I left my suburban garden last June with too many tomato seedlings. We needed to find a home – fast. When I taught ESL at NCC, I was always so grateful for the East 40. But I couldn’t imagine packing my planting vision into the “family plot” I shared with my mom and dad. So late into the season, I surrendered. Community was my only option. Our family of three rallied together to tame the weeds.
The whole property was once wilderness and not that long ago. Nine years later, driving down the gravel road to the East 40, you’re greeted by families. Vibrant purple and pink petunias paired with horseradish, nestled on either side of my massive potato planter, to protect the potato leaves from incoming pests. Blooming cosmos in pockets carefully constructed of straw and compost across the way from the hoophouse where students tend to young greens. My father’s Center for Clay and Fire has set up camp here too, a sanctuary for ceramics students to process clay straight from the ground, fire pots on-site, and eventually sell their work at the college’s farmers market on Wednesdays. Just like the potatoes with their companions, we have everything we need in one place.
Between the main campus and several local nurseries, the NCC East 40 Community Garden was planted at a convenient location yet private, tucked along a well-preserved tree line, lush green in summer, bold and bright with autumnal foliage come October. Our organized paradise started, as all gardens do, with a dream.
How our green thumbs got the green light
Who would become the East 40 coordinator – Kelly Allen – wanted to start small. His vision always centered around the creation of an outdoor learning space, but it wasn’t his dream, at first, to cultivate the 40 acres east of campus. Kelly, starting as an adjunct professor of English at NCC in 2009, wanted to bring a community garden to a much smaller space near Penn Hall.
Meanwhile, newlyweds Kelly Allen and Meg Mikovits planted their own garden. Meg had started as Moravian College’s writing center director. Their first year was pretty ambitious – chickens lay eggs and vegetable plants led lives of their own throughout the spring, summer and fall. It was a powerful learning experience.
“I made silly mistakes like building a trellis for bush beans,” Kelly remembers.
But being academics, they knew how to apply research. Together, they made important connections between critical pedagogy and experiential learning involving the growth and consumption of food.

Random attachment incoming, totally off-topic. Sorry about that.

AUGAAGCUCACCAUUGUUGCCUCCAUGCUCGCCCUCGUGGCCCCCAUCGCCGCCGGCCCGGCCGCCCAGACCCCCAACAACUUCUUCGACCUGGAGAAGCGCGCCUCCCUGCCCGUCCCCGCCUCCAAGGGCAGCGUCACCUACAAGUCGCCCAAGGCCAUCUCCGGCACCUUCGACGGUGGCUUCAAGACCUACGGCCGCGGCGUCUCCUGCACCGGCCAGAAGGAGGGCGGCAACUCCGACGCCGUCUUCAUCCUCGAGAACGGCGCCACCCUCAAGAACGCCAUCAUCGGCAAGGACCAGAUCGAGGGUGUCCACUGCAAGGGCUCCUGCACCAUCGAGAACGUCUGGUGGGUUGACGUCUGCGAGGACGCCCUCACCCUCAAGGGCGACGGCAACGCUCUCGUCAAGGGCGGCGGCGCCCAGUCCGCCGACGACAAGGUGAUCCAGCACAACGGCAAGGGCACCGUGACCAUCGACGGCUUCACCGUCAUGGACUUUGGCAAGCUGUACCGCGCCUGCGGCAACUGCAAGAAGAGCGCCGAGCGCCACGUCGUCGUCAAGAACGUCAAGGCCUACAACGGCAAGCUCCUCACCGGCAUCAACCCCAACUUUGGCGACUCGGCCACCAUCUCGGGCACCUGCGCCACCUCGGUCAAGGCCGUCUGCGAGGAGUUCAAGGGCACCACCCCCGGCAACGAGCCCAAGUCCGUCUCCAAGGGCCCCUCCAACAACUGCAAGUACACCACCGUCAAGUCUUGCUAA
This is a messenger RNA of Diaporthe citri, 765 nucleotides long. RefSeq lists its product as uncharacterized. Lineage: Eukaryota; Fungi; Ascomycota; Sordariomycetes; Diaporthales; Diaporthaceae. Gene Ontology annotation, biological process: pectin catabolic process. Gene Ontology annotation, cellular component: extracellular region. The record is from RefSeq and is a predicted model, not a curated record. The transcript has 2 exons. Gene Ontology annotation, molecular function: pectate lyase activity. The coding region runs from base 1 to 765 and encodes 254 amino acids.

“Marriage, gardening and teaching all happened that same summer,” he says.
So, Kelly’s conversations at NCC with other gardeners stemmed from the home. On campus, rumors spread that the 40 acre-property could be turned into athletic fields, or, to the budding gardening community’s disappointment, a parking lot. To stop this from happening, faculty from the existing Environmental Task Force flocked to Kelly’s office. Student life director Frank Pologruto, professor of communication Donna Acerra, and professor of philosophy Ken Burak were instrumental in the first proposal for the property.
“We didn’t have much of a green identity,” Kelly reflects. “People like Frank, Donna and Ken saw potential.”
That’s when NCC’s environmental tasks turned into environmental actions. Their proposal presented several options, but the top two were: 1) let the space go back to native woodlands, or 2) farm it.
Woods sound great, in theory, but a field of unwieldy trees and bushes and grasses is a magnet for invasive species. Maintaining the woodland could possibly be more intensive (and expensive), the team realized, and the possibility of a thriving garden became more enticing.
However, there was a key ingredient missing – students. Kelly asked the question which should be at the core of every decision made on a college campus: “Where’s the student vision and how’s this impacting their academic experience?”
For the garden to be communal, it needed to include the student community.
Mike McDonald was the first student to put roots down. Leading the project’s steering committee, Mike encouraged more students, staff, and faculty to take action. By Fall 2010, the college president Art Scott asked Kelly to come to his office. A process that could have taken years took months, and in December 2010, the garden got the green light.
But they still needed to get out of the weeds. The first summer, Kelly and Mike prepared the land and began growing. Overcoming obstacles meant balancing three things: money, labor and knowledge. Grateful for the increasing support from the college, as more students participate, the more the garden grows.
Now, we have a prolific vegetable garden, an orchard, a vineyard, a compost area, a beehive and flowers to attract these pollinators – all connected in a single ecosystem.
Cultivating the literary and culinary arts
The East 40 stands as a pillar among other Lehigh Valley community gardens where students, staff, their families, and the larger community unite over their passion for growing fresh food.
Sowing the seeds across campus, the community makes strong connections between the sciences and humanities.
While it was snowing at the start of the semester, American Literature II learned about famous authors in the comfort of a classroom. Then, as the daffodils bloomed, they took that into the natural world. If author Kate Chopin was out at the East 40, they considered, how would she use language to describe this space and the stories it holds?